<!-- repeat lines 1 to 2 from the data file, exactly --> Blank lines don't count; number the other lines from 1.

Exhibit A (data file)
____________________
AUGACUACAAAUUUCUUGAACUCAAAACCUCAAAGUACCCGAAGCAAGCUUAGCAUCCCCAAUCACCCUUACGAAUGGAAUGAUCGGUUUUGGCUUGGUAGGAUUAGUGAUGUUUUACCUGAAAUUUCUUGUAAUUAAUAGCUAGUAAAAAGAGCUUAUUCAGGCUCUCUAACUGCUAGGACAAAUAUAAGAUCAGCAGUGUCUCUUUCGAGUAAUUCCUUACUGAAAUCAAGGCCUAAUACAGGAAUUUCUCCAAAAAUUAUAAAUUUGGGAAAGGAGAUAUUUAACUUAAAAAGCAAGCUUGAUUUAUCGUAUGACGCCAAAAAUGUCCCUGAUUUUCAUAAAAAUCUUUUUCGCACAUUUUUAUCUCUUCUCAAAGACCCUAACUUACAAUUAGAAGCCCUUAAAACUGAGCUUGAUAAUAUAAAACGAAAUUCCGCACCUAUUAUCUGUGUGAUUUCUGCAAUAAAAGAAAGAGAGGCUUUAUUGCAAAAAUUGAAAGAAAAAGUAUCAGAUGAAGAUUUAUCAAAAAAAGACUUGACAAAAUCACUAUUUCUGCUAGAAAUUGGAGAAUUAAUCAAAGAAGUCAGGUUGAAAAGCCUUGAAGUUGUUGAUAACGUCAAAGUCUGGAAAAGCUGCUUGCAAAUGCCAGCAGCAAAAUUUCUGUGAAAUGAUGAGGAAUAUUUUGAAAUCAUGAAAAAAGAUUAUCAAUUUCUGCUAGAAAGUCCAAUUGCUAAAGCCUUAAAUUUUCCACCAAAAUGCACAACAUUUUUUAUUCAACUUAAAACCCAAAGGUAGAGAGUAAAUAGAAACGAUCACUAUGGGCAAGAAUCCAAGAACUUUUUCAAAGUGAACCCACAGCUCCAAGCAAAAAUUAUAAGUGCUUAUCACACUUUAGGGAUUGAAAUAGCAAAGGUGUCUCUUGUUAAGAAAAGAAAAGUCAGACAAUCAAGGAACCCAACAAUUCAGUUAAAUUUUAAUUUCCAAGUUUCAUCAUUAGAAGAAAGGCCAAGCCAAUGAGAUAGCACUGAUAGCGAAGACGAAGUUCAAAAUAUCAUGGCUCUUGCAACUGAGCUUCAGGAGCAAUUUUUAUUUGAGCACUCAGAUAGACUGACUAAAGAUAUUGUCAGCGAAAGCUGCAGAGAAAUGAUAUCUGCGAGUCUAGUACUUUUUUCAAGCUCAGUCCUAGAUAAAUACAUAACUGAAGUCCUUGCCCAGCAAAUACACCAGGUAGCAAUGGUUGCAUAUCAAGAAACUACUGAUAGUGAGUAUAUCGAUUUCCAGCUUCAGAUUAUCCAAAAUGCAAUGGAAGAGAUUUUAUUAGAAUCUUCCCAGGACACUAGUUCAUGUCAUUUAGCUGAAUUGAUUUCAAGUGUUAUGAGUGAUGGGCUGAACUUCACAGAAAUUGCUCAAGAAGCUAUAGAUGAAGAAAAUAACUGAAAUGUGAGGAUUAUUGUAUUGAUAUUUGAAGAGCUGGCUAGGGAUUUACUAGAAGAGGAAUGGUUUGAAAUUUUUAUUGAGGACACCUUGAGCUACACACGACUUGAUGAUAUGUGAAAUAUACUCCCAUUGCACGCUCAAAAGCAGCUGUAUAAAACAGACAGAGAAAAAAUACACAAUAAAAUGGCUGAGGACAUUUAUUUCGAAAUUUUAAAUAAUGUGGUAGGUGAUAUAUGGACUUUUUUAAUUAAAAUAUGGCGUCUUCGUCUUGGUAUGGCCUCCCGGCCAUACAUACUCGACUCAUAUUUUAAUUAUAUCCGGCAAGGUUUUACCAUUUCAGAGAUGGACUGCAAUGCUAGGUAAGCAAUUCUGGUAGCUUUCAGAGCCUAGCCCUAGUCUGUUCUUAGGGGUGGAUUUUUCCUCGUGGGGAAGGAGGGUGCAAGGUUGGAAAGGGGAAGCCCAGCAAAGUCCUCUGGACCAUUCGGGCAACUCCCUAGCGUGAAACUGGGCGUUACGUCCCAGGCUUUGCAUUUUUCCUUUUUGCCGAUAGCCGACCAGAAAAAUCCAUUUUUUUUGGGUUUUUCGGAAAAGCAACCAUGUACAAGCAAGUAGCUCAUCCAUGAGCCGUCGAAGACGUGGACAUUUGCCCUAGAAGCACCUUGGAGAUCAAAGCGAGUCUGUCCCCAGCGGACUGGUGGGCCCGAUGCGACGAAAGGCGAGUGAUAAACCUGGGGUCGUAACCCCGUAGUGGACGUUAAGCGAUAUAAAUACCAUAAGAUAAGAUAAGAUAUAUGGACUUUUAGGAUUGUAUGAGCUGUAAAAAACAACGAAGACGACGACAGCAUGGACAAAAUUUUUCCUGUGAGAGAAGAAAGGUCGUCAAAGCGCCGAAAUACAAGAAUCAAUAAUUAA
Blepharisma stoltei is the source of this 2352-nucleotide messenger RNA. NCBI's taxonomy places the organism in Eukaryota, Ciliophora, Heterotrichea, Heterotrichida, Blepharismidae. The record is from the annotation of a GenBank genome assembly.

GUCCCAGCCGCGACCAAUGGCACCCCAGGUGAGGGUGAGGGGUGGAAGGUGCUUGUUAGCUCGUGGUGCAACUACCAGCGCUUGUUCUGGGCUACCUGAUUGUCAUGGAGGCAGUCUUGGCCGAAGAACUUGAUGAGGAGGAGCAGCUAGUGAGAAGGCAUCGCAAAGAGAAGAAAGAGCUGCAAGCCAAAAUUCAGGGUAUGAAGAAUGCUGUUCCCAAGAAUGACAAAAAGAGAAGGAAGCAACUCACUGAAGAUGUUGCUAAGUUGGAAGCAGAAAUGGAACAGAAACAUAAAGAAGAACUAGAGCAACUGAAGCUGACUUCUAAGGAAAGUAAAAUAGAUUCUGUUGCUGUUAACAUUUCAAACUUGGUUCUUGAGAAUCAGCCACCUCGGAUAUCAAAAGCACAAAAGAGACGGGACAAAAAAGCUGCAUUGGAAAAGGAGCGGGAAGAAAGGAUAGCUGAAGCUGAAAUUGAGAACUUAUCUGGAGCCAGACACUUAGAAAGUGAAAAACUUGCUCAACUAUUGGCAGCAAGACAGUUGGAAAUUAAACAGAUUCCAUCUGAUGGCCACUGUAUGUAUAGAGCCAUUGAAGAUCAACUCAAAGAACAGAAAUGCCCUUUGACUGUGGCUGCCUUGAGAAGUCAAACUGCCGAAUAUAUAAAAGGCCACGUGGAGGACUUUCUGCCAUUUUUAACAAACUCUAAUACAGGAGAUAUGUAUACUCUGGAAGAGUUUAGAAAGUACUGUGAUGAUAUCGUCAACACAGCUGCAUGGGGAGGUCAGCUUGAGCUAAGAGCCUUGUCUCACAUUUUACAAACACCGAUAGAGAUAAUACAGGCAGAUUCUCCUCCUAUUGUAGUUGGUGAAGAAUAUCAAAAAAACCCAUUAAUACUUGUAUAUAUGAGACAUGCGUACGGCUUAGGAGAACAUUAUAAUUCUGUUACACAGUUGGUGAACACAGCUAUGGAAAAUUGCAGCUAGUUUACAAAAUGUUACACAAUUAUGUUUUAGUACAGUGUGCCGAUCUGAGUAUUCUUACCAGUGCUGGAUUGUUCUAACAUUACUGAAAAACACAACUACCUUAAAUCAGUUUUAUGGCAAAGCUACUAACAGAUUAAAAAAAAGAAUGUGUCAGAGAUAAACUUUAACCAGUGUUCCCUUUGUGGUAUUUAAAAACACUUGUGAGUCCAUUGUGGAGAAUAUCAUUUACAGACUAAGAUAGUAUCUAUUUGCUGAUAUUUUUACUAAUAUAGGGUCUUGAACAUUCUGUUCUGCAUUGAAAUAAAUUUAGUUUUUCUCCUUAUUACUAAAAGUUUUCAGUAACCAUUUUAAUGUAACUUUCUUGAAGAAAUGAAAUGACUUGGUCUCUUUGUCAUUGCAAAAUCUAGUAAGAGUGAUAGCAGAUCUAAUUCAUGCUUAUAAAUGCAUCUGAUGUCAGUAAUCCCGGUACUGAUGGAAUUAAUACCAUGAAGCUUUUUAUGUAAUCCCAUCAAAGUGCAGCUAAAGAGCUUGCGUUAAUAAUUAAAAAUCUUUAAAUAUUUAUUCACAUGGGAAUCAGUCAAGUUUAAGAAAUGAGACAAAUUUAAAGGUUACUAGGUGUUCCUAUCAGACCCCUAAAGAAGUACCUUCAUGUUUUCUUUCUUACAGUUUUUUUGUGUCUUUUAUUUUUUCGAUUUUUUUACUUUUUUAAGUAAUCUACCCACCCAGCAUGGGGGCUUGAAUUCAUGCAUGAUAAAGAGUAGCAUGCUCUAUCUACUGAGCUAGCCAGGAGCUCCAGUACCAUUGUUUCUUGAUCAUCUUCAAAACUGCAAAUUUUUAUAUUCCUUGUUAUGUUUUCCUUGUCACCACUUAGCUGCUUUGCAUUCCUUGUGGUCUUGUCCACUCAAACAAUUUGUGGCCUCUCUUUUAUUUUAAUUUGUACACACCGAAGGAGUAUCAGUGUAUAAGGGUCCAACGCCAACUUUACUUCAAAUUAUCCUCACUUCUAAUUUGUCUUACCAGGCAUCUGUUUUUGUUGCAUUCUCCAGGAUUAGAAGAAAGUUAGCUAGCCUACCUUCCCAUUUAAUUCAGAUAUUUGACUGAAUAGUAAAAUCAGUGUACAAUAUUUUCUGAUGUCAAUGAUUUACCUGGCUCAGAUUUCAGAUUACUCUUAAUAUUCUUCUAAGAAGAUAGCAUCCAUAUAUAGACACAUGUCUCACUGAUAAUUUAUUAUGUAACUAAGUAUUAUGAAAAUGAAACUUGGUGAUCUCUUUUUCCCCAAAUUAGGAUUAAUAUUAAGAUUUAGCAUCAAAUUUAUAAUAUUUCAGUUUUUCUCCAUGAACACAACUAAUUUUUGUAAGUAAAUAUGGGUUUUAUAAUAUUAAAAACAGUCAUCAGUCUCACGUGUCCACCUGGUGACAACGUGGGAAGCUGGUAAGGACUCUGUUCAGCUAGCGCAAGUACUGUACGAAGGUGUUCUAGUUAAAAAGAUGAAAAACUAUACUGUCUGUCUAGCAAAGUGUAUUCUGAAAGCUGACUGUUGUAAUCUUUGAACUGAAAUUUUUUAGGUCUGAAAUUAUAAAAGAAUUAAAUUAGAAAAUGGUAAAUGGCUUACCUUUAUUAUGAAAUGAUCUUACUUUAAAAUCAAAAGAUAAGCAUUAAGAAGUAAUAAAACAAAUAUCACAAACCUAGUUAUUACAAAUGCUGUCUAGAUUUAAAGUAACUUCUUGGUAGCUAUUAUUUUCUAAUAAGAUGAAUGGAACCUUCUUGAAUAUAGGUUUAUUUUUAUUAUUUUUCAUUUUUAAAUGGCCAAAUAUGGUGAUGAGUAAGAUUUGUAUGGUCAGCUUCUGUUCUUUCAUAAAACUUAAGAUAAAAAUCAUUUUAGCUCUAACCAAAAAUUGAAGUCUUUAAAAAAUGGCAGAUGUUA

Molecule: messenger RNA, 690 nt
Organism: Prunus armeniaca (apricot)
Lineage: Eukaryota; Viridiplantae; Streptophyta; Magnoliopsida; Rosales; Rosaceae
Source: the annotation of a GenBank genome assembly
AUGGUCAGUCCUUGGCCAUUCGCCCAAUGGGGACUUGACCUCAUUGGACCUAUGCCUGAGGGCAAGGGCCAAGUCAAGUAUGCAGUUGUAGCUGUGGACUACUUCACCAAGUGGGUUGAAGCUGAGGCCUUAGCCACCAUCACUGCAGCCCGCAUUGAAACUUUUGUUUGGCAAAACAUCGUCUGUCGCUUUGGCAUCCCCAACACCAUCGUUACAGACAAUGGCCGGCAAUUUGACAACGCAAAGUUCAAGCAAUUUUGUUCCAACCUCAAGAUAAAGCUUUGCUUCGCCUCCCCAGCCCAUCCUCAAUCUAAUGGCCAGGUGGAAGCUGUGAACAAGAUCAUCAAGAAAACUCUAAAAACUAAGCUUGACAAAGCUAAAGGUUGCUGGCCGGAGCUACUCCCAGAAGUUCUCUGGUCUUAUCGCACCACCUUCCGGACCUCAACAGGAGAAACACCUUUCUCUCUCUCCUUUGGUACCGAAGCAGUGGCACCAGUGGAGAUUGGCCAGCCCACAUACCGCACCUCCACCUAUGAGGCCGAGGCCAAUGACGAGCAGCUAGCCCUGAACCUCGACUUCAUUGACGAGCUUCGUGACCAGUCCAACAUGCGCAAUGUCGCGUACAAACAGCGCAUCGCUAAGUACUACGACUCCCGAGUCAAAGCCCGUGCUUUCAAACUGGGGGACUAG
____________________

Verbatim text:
AUGACUACAAAUUUCUUGAACUCAAAACCUCAAAGUACCCGAAGCAAGCUUAGCAUCCCCAAUCACCCUUACGAAUGGAAUGAUCGGUUUUGGCUUGGUAGGAUUAGUGAUGUUUUACCUGAAAUUUCUUGUAAUUAAUAGCUAGUAAAAAGAGCUUAUUCAGGCUCUCUAACUGCUAGGACAAAUAUAAGAUCAGCAGUGUCUCUUUCGAGUAAUUCCUUACUGAAAUCAAGGCCUAAUACAGGAAUUUCUCCAAAAAUUAUAAAUUUGGGAAAGGAGAUAUUUAACUUAAAAAGCAAGCUUGAUUUAUCGUAUGACGCCAAAAAUGUCCCUGAUUUUCAUAAAAAUCUUUUUCGCACAUUUUUAUCUCUUCUCAAAGACCCUAACUUACAAUUAGAAGCCCUUAAAACUGAGCUUGAUAAUAUAAAACGAAAUUCCGCACCUAUUAUCUGUGUGAUUUCUGCAAUAAAAGAAAGAGAGGCUUUAUUGCAAAAAUUGAAAGAAAAAGUAUCAGAUGAAGAUUUAUCAAAAAAAGACUUGACAAAAUCACUAUUUCUGCUAGAAAUUGGAGAAUUAAUCAAAGAAGUCAGGUUGAAAAGCCUUGAAGUUGUUGAUAACGUCAAAGUCUGGAAAAGCUGCUUGCAAAUGCCAGCAGCAAAAUUUCUGUGAAAUGAUGAGGAAUAUUUUGAAAUCAUGAAAAAAGAUUAUCAAUUUCUGCUAGAAAGUCCAAUUGCUAAAGCCUUAAAUUUUCCACCAAAAUGCACAACAUUUUUUAUUCAACUUAAAACCCAAAGGUAGAGAGUAAAUAGAAACGAUCACUAUGGGCAAGAAUCCAAGAACUUUUUCAAAGUGAACCCACAGCUCCAAGCAAAAAUUAUAAGUGCUUAUCACACUUUAGGGAUUGAAAUAGCAAAGGUGUCUCUUGUUAAGAAAAGAAAAGUCAGACAAUCAAGGAACCCAACAAUUCAGUUAAAUUUUAAUUUCCAAGUUUCAUCAUUAGAAGAAAGGCCAAGCCAAUGAGAUAGCACUGAUAGCGAAGACGAAGUUCAAAAUAUCAUGGCUCUUGCAACUGAGCUUCAGGAGCAAUUUUUAUUUGAGCACUCAGAUAGACUGACUAAAGAUAUUGUCAGCGAAAGCUGCAGAGAAAUGAUAUCUGCGAGUCUAGUACUUUUUUCAAGCUCAGUCCUAGAUAAAUACAUAACUGAAGUCCUUGCCCAGCAAAUACACCAGGUAGCAAUGGUUGCAUAUCAAGAAACUACUGAUAGUGAGUAUAUCGAUUUCCAGCUUCAGAUUAUCCAAAAUGCAAUGGAAGAGAUUUUAUUAGAAUCUUCCCAGGACACUAGUUCAUGUCAUUUAGCUGAAUUGAUUUCAAGUGUUAUGAGUGAUGGGCUGAACUUCACAGAAAUUGCUCAAGAAGCUAUAGAUGAAGAAAAUAACUGAAAUGUGAGGAUUAUUGUAUUGAUAUUUGAAGAGCUGGCUAGGGAUUUACUAGAAGAGGAAUGGUUUGAAAUUUUUAUUGAGGACACCUUGAGCUACACACGACUUGAUGAUAUGUGAAAUAUACUCCCAUUGCACGCUCAAAAGCAGCUGUAUAAAACAGACAGAGAAAAAAUACACAAUAAAAUGGCUGAGGACAUUUAUUUCGAAAUUUUAAAUAAUGUGGUAGGUGAUAUAUGGACUUUUUUAAUUAAAAUAUGGCGUCUUCGUCUUGGUAUGGCCUCCCGGCCAUACAUACUCGACUCAUAUUUUAAUUAUAUCCGGCAAGGUUUUACCAUUUCAGAGAUGGACUGCAAUGCUAGGUAAGCAAUUCUGGUAGCUUUCAGAGCCUAGCCCUAGUCUGUUCUUAGGGGUGGAUUUUUCCUCGUGGGGAAGGAGGGUGCAAGGUUGGAAAGGGGAAGCCCAGCAAAGUCCUCUGGACCAUUCGGGCAACUCCCUAGCGUGAAACUGGGCGUUACGUCCCAGGCUUUGCAUUUUUCCUUUUUGCCGAUAGCCGACCAGAAAAAUCCAUUUUUUUUGGGUUUUUCGGAAAAGCAACCAUGUACAAGCAAGUAGCUCAUCCAUGAGCCGUCGAAGACGUGGACAUUUGCCCUAGAAGCACCUUGGAGAUCAAAGCGAGUCUGUCCCCAGCGGACUGGUGGGCCCGAUGCGACGAAAGGCGAGUGAUAAACCUGGGGUCGUAACCCCGUAGUGGACGUUAAGCGAUAUAAAUACCAUAAGAUAAGAUAAGAUAUAUGGACUUUUAGGAUUGUAUGAGCUGUAAAAAACAACGAAGACGACGACAGCAUGGACAAAAUUUUUCCUGUGAGAGAAGAAAGGUCGUCAAAGCGCCGAAAUACAAGAAUCAAUAAUUAA
Blepharisma stoltei is the source of this 2352-nucleotide messenger RNA. NCBI's taxonomy places the organism in Eukaryota, Ciliophora, Heterotrichea, Heterotrichida, Blepharismidae. The record is from the annotation of a GenBank genome assembly.